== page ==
Christopher Snelling, head of UK Policy at the Freight Transport Association (FTA) gave a combative defence of the UK’s freight industry, saying: ‘We’re not all here to agree with everyone.’ He called CAZs ‘overrated’ and called on the government to incentivise truck manufacturers to deliver more zero-emission HGVs and vans on a larger scale. Christopher is currently Policy Director at Airport Operators Association.

The next speaker was Jonathan Werran, chief executive of think tank Localis. Jonathan discussed unbalanced infrastructure funding, which he said was creating a ‘Dickensian tale of two cities’ in many urban areas. He also observed that while many councils had declared climate emergencies, they were meaningless soundbites without a real commitment to change. Jonathan is still in the same post at Localis.

Simon Jeffrey, from the urban policy think tank Centre for Cities, discussed how city centres have been transformed over the past couple of decades into attractive places to live – but warned that we ‘must make more efficient use of our cities’ to improve air quality. The goal for cities, he said, must be reducing its dependence on car use, suggesting that government ramp up spending on transport infrastructure to make this vision a reality. Simon is now Policy Adviser (Transport) at the Local Government Association.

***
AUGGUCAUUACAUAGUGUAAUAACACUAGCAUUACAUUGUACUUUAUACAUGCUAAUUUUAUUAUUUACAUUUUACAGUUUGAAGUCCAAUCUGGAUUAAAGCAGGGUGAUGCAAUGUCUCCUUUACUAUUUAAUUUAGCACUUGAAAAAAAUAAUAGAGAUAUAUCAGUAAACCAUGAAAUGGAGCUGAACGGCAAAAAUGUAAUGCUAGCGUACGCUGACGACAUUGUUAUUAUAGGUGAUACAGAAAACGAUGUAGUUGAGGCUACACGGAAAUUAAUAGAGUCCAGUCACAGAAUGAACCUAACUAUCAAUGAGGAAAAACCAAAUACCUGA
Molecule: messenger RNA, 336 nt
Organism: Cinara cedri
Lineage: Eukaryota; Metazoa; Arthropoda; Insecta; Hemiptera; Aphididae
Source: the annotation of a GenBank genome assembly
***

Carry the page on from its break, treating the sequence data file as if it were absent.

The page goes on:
Dr Gary Fuller, who will be returning to speak at next month’s conference, gave us an entertaining run through the history of air pollution in the UK. Beginning in medieval London he moved to the 1850s when smoke was even encouraged as an antidote to tuberculosis and ultimately to 1952 and the ‘Great Smog’ of London.

Larissa Lockwood from Global Action Plan (above) and Nick Martin from Great Ormond Street Hospital (GOSH) gave a joint presentation on the Clean Air Hospital Framework, which is being pioneered at GOSH this year. Larissa blasted the government for ‘passing the buck’ on air pollution and said they must treat it as a public health issue and fund it via the Department for Health and Social Care rather than it being the responsibility of Defra. Larissa remains the driving force behind Global Action Plan and Laura Fatah, the organisation’s Head of Policy and Advocacy, will be on the panel this year.